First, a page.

Metro exodus flees the underground and finds a violent wasteland.
Oh shit, a bear! I see It for the first time In a forest, silhouetted In moonlight. It scares away a pack of wolves with a roar, and then crosses the road to reveal Its massive, mutated bulk. It could eat a pickup truck. It vanIshes Into the trees, and I realIze that I’m about to go In after It...
There was a mutant bear in Metro: Last Light too, but this one is much bigger. In fact, everything about Exodus feels bigger. The game is moving out of the underground and into the wilderness on a four-season journey into the east. The forest this bear lives in is a wide corridor, full of squirrelly little side paths and elevated networks of wooden pathways. As I move up into the canopy, I hear the bear roar, not too far off, and then a crackle of rifle fire.
In the moment it’s tense. I spend the rest of the zone crawling through the dark and trying to escape the bear’s attention. However when I repeat the area a few times the sounds play out the same way regardless, and no matter how much I explore I can’t find the shooter or the bear until later when the creature shows up in a cutscene.
Metro Exodus is an odd hybrid. Sometimes it’s a claustrophobic corridor shooter like the first two games, sometimes it opens up into wide sandbox areas, and sometimes it’s an amalgamation of the two, combining exploration with the sort of smoke-and-mirrors trickery you find in a linear story-driven shooter.
This forested area does a good job of suspending my disbelief for the first playthrough. I happen upon some secrets hidden down side paths, and always end up moving organically to the next section. On repeat runs I notice the way the game is shepherding me into a zipline or cave trail that serve as area transitions.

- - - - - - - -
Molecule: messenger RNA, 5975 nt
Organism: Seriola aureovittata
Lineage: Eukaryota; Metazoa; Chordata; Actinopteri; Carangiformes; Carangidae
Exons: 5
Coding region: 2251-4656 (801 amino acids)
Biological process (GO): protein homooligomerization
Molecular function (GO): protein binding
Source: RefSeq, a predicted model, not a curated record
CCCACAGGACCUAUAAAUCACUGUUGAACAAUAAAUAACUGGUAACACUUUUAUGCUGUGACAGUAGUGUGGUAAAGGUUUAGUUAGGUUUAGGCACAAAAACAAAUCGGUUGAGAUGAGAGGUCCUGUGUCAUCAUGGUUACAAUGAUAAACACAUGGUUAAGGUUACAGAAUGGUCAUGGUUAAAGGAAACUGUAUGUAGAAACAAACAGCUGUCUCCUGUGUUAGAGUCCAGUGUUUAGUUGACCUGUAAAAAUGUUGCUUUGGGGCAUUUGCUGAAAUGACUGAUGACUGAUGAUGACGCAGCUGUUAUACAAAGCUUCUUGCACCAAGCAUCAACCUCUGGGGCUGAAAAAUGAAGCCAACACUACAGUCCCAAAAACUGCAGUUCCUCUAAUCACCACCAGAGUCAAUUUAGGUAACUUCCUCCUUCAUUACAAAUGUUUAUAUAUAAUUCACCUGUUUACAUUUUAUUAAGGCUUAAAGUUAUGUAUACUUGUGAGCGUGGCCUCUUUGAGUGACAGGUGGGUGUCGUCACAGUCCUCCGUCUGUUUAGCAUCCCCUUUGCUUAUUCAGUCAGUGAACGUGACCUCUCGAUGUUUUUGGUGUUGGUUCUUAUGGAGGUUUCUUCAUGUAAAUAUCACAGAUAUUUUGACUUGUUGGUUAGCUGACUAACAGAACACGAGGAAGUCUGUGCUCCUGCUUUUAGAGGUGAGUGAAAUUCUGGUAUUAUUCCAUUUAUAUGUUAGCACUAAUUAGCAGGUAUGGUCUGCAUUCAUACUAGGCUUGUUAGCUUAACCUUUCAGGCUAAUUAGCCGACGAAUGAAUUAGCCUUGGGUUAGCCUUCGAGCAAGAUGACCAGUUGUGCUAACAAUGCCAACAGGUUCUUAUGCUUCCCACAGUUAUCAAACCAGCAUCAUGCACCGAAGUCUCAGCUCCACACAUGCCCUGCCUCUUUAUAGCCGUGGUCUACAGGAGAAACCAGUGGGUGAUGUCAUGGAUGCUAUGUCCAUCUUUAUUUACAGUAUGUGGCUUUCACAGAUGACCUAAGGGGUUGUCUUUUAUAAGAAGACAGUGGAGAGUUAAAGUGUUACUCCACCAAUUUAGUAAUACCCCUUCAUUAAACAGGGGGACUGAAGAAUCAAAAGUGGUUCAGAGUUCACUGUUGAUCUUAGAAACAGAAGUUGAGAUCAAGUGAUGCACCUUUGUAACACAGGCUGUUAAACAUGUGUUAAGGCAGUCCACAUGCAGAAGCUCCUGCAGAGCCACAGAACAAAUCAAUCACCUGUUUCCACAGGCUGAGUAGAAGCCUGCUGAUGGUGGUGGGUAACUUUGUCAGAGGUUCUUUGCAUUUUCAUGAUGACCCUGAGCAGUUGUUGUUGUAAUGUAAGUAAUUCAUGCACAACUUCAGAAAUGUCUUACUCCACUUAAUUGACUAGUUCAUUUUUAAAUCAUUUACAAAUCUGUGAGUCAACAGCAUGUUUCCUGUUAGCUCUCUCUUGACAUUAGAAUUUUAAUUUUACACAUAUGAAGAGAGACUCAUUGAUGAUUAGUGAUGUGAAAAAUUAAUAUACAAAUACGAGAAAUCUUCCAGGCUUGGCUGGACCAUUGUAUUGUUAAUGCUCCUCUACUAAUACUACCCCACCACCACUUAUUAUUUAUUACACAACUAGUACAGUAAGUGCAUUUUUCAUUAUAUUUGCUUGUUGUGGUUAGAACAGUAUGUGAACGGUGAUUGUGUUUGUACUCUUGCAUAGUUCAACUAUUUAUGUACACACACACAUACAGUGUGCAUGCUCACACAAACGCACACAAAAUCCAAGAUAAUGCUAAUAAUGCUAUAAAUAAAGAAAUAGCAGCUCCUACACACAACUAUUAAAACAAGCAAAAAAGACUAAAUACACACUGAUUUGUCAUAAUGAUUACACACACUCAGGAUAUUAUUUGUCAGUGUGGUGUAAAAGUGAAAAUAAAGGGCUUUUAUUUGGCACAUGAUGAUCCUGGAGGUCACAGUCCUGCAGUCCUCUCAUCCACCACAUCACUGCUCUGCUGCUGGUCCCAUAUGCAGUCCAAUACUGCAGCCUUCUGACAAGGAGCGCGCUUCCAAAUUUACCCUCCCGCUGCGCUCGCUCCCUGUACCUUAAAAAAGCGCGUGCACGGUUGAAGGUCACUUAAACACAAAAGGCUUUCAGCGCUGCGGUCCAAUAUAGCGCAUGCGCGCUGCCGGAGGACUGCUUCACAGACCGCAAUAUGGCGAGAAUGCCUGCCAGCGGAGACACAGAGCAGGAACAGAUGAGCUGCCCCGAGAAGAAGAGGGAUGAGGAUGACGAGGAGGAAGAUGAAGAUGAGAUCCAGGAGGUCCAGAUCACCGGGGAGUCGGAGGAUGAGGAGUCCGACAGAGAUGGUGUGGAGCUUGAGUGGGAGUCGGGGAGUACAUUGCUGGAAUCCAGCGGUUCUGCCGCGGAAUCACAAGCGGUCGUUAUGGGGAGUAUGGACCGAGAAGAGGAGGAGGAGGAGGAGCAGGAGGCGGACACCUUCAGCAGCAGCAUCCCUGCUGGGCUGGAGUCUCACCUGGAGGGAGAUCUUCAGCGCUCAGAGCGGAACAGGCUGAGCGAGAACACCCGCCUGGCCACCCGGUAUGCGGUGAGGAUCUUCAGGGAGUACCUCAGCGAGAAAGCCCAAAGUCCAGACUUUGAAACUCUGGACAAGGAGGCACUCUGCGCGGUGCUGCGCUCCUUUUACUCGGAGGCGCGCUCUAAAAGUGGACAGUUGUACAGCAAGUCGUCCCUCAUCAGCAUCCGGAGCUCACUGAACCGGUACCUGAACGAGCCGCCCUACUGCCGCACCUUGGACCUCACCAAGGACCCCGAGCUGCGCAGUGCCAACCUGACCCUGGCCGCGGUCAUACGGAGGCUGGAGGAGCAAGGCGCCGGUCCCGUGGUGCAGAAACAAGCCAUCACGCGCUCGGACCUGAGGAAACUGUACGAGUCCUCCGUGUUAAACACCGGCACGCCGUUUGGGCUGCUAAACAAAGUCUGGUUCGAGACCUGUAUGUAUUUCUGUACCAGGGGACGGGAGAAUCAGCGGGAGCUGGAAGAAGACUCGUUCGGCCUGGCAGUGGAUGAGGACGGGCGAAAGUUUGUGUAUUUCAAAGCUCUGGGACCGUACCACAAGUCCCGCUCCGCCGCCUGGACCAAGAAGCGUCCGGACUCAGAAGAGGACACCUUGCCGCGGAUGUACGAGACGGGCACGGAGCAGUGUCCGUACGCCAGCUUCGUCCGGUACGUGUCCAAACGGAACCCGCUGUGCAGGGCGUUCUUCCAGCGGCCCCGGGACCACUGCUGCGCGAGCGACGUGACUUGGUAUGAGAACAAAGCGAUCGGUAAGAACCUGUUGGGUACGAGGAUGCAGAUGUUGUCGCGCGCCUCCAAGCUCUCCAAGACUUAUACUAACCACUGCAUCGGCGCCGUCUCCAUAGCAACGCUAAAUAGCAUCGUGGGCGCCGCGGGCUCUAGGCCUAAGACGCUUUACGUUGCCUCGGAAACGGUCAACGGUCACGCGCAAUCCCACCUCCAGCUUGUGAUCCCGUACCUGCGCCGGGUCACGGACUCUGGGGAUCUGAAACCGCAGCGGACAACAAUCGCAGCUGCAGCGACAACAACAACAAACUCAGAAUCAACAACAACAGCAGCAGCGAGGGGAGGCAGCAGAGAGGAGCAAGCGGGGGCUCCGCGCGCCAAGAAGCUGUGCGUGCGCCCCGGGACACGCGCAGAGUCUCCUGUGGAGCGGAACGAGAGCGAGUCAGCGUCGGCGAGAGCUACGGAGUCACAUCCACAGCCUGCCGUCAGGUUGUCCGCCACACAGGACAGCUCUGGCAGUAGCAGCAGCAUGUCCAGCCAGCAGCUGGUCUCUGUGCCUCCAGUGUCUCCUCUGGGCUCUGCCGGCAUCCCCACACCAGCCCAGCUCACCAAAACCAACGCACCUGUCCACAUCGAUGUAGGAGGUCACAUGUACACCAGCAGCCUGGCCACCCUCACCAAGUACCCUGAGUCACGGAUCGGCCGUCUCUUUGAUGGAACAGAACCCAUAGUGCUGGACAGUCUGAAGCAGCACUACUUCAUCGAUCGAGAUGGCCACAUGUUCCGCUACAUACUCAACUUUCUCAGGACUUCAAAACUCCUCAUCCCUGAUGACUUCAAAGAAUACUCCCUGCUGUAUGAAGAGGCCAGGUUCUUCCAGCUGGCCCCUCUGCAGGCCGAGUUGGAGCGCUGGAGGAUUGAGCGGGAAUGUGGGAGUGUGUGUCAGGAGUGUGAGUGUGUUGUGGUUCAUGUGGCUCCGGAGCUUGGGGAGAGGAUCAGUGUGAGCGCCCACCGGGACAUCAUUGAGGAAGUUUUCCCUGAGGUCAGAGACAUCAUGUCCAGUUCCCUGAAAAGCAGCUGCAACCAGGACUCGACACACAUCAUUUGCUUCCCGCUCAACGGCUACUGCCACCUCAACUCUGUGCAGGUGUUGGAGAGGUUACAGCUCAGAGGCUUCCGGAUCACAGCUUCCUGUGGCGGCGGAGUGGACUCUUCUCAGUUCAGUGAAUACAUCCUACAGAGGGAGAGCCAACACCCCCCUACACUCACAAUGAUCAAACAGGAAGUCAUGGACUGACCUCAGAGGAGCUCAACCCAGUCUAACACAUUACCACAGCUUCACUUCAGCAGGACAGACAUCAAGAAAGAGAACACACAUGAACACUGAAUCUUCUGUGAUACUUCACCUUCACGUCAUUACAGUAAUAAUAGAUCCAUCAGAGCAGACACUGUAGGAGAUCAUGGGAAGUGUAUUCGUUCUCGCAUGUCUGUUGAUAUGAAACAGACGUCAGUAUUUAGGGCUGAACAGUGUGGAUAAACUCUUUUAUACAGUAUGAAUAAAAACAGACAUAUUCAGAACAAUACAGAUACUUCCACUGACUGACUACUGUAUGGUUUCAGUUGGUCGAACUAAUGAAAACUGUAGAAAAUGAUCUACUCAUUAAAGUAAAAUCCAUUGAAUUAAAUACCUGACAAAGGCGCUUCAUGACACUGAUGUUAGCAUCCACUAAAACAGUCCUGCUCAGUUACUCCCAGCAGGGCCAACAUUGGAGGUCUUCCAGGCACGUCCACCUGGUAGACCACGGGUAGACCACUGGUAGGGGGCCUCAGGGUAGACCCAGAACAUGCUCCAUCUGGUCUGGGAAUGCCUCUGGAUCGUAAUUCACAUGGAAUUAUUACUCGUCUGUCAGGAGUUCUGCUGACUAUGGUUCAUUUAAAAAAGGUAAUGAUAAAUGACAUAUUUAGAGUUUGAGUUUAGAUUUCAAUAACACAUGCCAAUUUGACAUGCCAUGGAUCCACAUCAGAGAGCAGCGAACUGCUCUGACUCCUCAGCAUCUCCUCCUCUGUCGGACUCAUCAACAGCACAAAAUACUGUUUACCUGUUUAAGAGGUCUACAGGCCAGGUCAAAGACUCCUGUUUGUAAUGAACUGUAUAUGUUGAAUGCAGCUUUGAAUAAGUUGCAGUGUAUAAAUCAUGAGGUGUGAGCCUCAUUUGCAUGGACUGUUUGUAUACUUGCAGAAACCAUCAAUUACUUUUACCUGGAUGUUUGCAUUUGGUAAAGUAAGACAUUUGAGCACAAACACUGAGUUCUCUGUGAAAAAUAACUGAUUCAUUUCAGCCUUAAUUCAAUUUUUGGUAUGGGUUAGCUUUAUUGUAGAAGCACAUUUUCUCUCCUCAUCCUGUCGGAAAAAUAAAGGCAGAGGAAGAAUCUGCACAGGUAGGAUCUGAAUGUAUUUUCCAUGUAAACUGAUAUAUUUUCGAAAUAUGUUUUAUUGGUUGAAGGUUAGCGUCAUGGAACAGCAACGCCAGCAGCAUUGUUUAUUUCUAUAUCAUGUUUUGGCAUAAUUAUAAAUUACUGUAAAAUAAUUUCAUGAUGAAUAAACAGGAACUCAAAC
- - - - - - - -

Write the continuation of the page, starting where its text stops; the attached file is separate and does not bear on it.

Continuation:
It’s accomplished level design, but it was a tricky balance to achieve for 4A Games. Executive producer Jon Bloch says it took the team two years to get there. “When we first started we were experimenting with different ways to do that with these open environments, and we went too far in one direction. Then we came back in the other direction and it was too much of the same old thing we did before. There was a lot of back and forth.”
The team determined early on that the game should be driven by a strong linear story, but typical open world structures that rely on quest-givers are a poor fit for that. An open field doesn’t have a natural beginning, middle, and end, and 4A still has an instinctive urge to control the pace of your experience, even in open zones.
“Where we’re able to set pace, we have to think about what pace we want the game to play out at,” says Bloch. “Where players are able to set their own pace, we have to think of ways to give them different experiences that aren’t the same thing over and over again.
“Things have to be moved around and positioned in different ways from a design perspective in order to allow players to not get stuck in too repetitive of a loop. When players have freedom they have freedom to potentially create an unpleasurable situation for themselves. We’ve tried to account for that in our design.”
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